Up to a point, the thesis holds true. This government, like the last, is determined to press ahead with national tests and exam league tables so that schools are held to account for their performance. A year ago, Stephen Byers, school standards minister, controversially named and shamed 18 failing schools, more as proof that Labour was as macho about standards as its predecessor than in the belief that public humiliation was good for children and teachers (though this week it backed away from the policy).
But the comparisons work only up to a point. Conservative attacks on government efforts to reduce infant class sizes are laughable given that no Conservative minister would admit that class size had any effect on standards. And the former education secretary Gillian Shephard is misleading when she says that the Government's plans to give schools even more control over their budgets are a fulfilment of the Conservatives' policy of encouraging schools to opt out of local authority control.
Opting out was divisive. It allowed schools which voted to do so - generally those with enterprising headteachers and plenty of middle-class parents - to leave local authority control and reap financial rewards. Their neighbours were left to make do as best they might. Opted-out schools set up fiefdoms with individual admissions policies which irritated articulate parents and thwarted the less confident. The result was a mess.
David Blunkett, by contrast, is offering all schools more independence and a level playing field for funding. He is not writing local education authorities out of the script. They will retain control of admissions, and some semblance of planning should return to the system.
Mr Blunkett isn't interested in people opting out. He wants everyone to opt in. He said so in a lecture last month at Southwark cathedral. He challenged the idea that the Government wasn't interested in the poor and dispossessed, said the affluent had to be convinced of the need to help the poor, and talked in an old-fashioned Labour way about redistribution of wealth. His aim, he said, was to improve the education and life chances of children in deprived areas like his Sheffield constituency.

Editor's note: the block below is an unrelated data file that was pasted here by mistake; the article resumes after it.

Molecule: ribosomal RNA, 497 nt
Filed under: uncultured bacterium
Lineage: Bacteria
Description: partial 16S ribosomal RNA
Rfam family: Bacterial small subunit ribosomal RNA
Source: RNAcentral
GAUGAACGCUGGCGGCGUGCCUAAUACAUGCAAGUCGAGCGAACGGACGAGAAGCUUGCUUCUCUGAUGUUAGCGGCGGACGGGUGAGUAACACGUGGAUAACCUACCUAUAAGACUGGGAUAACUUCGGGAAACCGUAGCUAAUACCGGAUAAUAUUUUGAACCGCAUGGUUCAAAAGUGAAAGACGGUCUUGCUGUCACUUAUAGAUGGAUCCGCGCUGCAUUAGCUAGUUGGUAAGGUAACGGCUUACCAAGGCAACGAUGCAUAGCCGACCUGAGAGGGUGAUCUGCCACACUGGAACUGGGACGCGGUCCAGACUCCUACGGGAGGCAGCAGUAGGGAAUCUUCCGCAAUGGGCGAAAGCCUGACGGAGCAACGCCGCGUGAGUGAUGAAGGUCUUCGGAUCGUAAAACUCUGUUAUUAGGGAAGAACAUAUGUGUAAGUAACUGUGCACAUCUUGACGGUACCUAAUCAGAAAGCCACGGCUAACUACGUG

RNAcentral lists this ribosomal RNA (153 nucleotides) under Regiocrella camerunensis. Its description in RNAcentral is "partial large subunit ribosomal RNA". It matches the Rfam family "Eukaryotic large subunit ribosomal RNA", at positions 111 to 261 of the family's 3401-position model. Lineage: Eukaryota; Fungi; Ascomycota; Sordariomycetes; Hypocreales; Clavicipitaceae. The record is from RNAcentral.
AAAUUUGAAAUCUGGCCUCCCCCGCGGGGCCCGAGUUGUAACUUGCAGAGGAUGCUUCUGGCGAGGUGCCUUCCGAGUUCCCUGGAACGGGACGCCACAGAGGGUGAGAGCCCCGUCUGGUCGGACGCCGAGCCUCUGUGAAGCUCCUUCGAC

No Conservative secretary of state for education would have said anything remotely similar. And only one of them - Sir Keith Joseph - shared Mr Blunkett's overriding concern with children at the bottom of the heap. Conservative education policies weren't directed at the dispossessed and deprived. They aimed to satisfy aspiring parents: opting out, a grammar school in every town, starred A grades as well as As at GCSE to prove to high-flying parents that exams weren't getting easier. The Major government was more interested in toughening up the rules allowing schools to exclude more pupils than in the sort of schemes proposed by the Government's Social Exclusion Unit. These involve guidelines with legal force to cut down on exclusions and a promise of full-time education for excluded children by the year 2002.
Even the national literacy and numeracy targets, lambasted by headteachers last week, are part of the strategy of inclusion.
For the first time in this country we are asked to believe that the vast majority of children are capable of reaching acceptable standards in English and maths by the age of 11, that there isn't an educational underclass which will never make it.
Though some Labour and Conservative policies are the same, there are big differences. Underlying the Conservative strategy was the belief that the weak could go to the wall. Mr Blunkett is determined that they won't.Reuse content